As we ward off the pandemic, it’s high time for Assamese movies seeking audiences to get a theatrical release, writes KALPAJYOTI BHUYAN.
After a year with no releases (excluding the direct-to-streaming releases), Assamese cinema is crawling back to light in 2021 with Goru and Midnight Song. With different content and styles, both the films are expected to revive and extend new life to Assamese cinema as we fight the pandemic.
Polarisation is the problem of our age and the divides on all sides are becoming more apparent than ever before as perceptions are increasingly being shaped along partisan lines. Such divides, conflicts, and preoccupations find a footing in Himanshu Prasad Das’s Goru. As a lost cow is found and brought back home, an issue of ownership arises when a supposedly new owner emerges, claiming his right over the cow. What starts out as a social drama ends up as a political one, as the administrative machinery gets pulled into the scenario. Things get ugly and unruly real fast as the competitors for the legitimate ownership of the cow find themselves at the opposite ends of the spectrum of hate.
Goru is very much a story about ordinary people who arrive at such crossroads or fall prey to contested and manufactured narratives. It is a fairly straightforward story which finds its value in raw and timely observations about the society and the whole political scenario at large. But, it could have been an equally compelling human drama. However, Goru doesn’t have the requisite depth to be one. As a satire, the film’s sole end is not only to make the viewers think in between laughs but also to carve out a reasonable amount of empathy while offering a critique of the lived realities of the present.
The caricatures that operate from behind closed doors, fail to take off and materialise beyond the given anti-Muslim rhetoric. They just happen to be a part of the movie that they are a part of. Goru had all the time to take an easy bite at romance which is depressingly dated, but, there is simply not enough build-up for scenes to arrive at their intended level of intensity later. However, Goru’s contribution to set the ball rolling for Assamese cinema post lockdown won’t be forgotten.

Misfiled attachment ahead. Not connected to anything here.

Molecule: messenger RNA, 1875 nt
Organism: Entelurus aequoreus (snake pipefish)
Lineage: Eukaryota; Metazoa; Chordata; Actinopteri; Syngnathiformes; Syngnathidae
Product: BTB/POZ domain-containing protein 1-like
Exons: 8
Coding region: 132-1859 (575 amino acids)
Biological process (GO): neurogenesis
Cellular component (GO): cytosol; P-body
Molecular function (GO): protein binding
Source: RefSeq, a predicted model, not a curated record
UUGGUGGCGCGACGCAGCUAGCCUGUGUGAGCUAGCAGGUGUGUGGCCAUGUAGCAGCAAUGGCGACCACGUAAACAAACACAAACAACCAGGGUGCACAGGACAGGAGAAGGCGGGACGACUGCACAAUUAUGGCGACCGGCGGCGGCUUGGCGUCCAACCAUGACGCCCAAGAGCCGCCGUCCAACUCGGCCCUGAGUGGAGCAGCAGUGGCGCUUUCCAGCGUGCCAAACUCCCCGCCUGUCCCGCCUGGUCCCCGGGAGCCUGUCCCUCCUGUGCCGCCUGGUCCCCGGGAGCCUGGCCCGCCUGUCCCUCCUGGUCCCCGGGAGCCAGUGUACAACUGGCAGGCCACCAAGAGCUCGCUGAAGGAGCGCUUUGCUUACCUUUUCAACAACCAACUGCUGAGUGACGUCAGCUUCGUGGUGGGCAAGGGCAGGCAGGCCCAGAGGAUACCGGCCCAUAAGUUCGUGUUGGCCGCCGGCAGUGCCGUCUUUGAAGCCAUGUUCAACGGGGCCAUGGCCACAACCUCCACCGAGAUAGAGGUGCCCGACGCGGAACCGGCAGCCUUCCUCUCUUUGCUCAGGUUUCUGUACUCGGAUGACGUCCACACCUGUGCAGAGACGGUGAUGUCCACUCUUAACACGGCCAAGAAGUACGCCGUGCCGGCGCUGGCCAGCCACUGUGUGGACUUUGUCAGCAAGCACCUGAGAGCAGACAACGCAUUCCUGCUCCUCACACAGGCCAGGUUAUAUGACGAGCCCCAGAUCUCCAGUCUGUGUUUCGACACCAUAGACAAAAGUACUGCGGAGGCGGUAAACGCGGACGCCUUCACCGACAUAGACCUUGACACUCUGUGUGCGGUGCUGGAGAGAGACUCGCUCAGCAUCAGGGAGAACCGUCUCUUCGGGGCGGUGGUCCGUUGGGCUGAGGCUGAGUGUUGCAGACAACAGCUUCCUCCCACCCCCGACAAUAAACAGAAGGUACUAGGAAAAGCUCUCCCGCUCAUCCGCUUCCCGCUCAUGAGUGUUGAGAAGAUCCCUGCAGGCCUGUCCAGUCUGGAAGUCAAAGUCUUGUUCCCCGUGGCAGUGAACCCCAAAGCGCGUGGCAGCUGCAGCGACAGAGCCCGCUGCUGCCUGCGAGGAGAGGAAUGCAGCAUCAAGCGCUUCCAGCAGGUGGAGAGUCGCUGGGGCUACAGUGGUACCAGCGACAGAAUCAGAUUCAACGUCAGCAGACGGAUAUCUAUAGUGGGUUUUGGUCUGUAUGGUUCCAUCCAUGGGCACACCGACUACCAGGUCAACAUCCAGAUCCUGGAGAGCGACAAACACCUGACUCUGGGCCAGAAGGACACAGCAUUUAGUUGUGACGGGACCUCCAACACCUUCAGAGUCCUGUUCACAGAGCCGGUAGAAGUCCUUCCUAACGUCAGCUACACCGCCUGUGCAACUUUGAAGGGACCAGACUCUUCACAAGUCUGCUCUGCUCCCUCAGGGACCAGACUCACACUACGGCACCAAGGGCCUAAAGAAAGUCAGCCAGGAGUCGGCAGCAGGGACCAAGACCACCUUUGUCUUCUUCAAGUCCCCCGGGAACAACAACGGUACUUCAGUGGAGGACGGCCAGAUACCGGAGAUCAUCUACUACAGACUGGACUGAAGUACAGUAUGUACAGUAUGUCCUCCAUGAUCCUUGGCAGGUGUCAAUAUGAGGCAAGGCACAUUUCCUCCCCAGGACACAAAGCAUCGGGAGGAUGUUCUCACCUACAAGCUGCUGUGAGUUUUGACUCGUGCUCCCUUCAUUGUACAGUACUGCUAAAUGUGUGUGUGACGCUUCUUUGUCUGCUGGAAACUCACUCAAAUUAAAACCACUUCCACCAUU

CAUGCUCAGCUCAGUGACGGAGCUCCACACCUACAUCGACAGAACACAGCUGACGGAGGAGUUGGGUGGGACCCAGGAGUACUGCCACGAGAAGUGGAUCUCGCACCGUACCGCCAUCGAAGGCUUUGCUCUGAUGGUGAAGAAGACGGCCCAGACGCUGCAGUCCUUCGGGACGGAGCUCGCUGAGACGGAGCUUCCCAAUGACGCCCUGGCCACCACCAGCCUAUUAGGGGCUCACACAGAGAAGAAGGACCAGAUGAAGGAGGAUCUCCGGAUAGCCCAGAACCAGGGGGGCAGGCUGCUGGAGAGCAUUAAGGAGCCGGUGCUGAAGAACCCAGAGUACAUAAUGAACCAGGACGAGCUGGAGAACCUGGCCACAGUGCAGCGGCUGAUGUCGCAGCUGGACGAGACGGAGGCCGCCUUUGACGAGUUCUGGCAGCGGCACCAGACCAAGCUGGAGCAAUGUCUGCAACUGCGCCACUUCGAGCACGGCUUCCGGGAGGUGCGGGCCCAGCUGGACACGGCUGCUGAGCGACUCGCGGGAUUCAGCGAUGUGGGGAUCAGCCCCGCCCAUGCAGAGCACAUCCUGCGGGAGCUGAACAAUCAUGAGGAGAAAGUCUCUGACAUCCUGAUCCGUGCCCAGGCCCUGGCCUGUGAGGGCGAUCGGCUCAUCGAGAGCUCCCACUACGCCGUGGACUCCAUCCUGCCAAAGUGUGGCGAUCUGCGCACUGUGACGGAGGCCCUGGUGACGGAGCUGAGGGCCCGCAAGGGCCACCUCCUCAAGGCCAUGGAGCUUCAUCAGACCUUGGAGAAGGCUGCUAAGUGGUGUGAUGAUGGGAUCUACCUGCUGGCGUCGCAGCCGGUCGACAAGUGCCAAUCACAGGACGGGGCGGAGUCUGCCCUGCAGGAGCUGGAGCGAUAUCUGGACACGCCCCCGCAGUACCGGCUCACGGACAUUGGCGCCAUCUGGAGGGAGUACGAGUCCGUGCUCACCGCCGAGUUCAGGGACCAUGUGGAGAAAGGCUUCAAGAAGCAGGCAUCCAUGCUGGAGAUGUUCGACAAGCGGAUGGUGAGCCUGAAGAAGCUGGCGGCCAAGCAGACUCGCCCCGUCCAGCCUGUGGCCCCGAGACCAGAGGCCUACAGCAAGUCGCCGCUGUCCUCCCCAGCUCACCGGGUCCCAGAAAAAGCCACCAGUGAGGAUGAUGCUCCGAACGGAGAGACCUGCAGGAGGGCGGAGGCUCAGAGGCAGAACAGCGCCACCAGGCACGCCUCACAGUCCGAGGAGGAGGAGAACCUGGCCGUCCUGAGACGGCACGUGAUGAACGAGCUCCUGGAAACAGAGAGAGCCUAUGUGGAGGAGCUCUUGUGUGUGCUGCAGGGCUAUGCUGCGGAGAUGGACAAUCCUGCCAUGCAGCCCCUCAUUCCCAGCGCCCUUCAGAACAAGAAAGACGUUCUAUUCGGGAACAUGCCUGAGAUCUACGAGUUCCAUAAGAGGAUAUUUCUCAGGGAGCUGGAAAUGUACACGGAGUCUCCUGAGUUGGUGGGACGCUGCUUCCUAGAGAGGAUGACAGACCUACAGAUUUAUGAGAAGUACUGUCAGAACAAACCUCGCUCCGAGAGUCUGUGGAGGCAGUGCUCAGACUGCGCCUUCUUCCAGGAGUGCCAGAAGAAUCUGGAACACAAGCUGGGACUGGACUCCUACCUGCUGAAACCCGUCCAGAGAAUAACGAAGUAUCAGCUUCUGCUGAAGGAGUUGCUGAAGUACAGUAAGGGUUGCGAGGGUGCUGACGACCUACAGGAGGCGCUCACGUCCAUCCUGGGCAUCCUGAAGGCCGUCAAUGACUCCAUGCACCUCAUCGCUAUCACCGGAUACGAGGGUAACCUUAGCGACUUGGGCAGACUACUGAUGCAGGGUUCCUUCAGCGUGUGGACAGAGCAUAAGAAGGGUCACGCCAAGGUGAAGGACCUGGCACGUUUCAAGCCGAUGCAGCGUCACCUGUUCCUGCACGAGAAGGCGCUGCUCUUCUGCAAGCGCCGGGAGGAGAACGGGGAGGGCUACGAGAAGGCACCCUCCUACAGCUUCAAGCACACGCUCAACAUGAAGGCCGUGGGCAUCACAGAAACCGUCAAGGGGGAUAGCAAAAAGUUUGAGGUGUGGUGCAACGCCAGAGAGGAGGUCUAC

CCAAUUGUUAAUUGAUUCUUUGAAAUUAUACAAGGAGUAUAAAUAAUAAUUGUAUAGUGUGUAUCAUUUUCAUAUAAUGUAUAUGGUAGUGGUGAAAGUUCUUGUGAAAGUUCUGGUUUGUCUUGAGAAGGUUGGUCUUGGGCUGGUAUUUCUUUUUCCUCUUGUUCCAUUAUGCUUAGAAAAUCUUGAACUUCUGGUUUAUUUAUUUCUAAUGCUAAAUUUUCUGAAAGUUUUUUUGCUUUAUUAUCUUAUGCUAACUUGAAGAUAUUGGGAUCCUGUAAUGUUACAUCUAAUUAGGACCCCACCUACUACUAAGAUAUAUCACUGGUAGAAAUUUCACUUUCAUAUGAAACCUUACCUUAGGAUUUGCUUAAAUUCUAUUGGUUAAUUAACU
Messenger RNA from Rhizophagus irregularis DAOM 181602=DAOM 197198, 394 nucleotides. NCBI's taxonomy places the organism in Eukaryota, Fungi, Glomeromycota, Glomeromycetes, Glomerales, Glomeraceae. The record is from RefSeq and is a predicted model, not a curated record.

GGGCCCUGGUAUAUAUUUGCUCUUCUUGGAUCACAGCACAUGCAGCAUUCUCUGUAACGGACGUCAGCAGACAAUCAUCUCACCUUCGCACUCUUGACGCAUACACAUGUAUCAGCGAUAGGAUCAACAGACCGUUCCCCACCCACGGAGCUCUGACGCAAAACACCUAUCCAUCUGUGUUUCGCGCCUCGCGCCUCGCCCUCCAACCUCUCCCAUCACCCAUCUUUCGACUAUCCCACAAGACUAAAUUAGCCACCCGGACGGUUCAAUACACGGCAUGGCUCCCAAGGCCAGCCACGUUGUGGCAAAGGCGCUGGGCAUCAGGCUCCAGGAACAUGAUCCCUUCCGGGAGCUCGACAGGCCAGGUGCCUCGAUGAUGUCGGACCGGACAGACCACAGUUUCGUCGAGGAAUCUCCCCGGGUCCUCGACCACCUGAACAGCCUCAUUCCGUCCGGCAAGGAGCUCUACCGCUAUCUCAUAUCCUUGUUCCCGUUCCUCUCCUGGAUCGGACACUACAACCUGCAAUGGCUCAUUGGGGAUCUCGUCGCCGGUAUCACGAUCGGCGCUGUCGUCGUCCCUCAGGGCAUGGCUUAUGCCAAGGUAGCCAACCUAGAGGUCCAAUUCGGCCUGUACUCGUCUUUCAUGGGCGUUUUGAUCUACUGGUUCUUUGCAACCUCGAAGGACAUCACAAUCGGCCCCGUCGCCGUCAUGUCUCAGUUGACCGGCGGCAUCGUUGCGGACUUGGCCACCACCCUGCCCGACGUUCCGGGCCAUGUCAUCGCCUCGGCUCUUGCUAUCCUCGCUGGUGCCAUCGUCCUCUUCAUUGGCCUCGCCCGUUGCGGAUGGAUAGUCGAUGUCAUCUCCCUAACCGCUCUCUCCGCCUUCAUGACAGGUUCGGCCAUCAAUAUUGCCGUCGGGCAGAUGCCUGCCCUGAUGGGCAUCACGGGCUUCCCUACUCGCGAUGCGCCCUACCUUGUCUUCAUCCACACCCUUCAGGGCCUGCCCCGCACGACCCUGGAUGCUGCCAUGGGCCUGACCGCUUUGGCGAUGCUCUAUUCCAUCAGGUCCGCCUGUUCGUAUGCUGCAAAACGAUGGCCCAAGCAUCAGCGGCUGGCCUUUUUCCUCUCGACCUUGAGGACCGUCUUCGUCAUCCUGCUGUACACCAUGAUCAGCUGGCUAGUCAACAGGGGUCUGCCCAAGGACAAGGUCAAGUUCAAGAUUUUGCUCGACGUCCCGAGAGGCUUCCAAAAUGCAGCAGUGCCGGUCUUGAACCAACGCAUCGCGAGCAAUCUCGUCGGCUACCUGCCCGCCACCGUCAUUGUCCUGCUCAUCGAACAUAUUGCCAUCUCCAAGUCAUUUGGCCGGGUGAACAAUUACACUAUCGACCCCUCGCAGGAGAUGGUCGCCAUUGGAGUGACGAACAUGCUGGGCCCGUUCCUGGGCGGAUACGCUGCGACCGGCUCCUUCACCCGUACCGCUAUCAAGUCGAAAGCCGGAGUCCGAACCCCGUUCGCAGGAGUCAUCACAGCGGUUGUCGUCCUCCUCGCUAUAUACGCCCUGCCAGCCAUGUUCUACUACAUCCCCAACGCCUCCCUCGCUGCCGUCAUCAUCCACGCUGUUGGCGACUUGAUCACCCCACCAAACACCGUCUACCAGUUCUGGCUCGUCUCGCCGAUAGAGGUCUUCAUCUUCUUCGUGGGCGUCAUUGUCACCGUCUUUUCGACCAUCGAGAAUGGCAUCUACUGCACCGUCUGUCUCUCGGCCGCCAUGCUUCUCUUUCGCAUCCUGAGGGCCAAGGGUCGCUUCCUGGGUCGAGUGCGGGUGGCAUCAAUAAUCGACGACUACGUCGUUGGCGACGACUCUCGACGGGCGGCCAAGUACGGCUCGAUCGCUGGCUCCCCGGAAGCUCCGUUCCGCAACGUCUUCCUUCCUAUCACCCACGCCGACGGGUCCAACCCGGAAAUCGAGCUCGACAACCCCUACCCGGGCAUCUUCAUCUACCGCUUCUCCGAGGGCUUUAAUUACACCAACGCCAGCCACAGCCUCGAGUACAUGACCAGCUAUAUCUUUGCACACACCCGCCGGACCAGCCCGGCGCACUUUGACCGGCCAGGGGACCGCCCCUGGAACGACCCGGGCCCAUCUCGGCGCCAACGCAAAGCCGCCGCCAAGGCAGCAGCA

Midnight Song, Arunjit Borah’s feature-length directorial debut, comes in the form of a chamber drama where a practically estranged married couple finds themselves in the doubtful company of a stranger who is welcomed to share the night with them. The specific genre explored here limits its dynamics to a small set of characters, limited locations and a short period of time which makes Midnight Song a story of one night, involving only three characters confined indoors. It is risky but also an innovative take, which makes it more than an honest attempt.
Midnight Song is more about the characters. Monuj Borkotoky is the “stranger” who poses as a social worker frustrated with the system. He is perhaps trying to lose the trail of an angry mob, whose misdeeds he might have uncovered. Rupam Chetia plays Bikramjit Buragohain who is rich, arrogant, self-entitled, and engaged in unlawful dealings, and Kalpana Kalita, his wife, Mou, is conflicted and trapped in an unhappy marriage. Domination or being exploited are themes that run parallel to all the individual character arcs as everything else unfolds over ambiguous terms where the audiences have to piece together the rest and this, too, is a great offering of the movie.
For a build-up, early on, we are given the situation of an exposed ploy of land mafias, to cover up which, certain amends are to be made. And, thus, the characters are already in an interesting premise even before being properly introduced, but then, this very premise remains underutilised. The influence of these external conflicts are used to shape the characters of the story early on but abandoned later. As the situation doesn’t aggravate any further, the conflict never heightens and, as a result, the drama remains flat. However, there’s some crafty skill at display in Midnight Song and the screenplay is engrossing enough to set up Arunjit Borah as a director to watch out for. Now, as movie theatres are being allowed to operate with full capacity, it’s time for other Assamese movies seeking audiences to be released.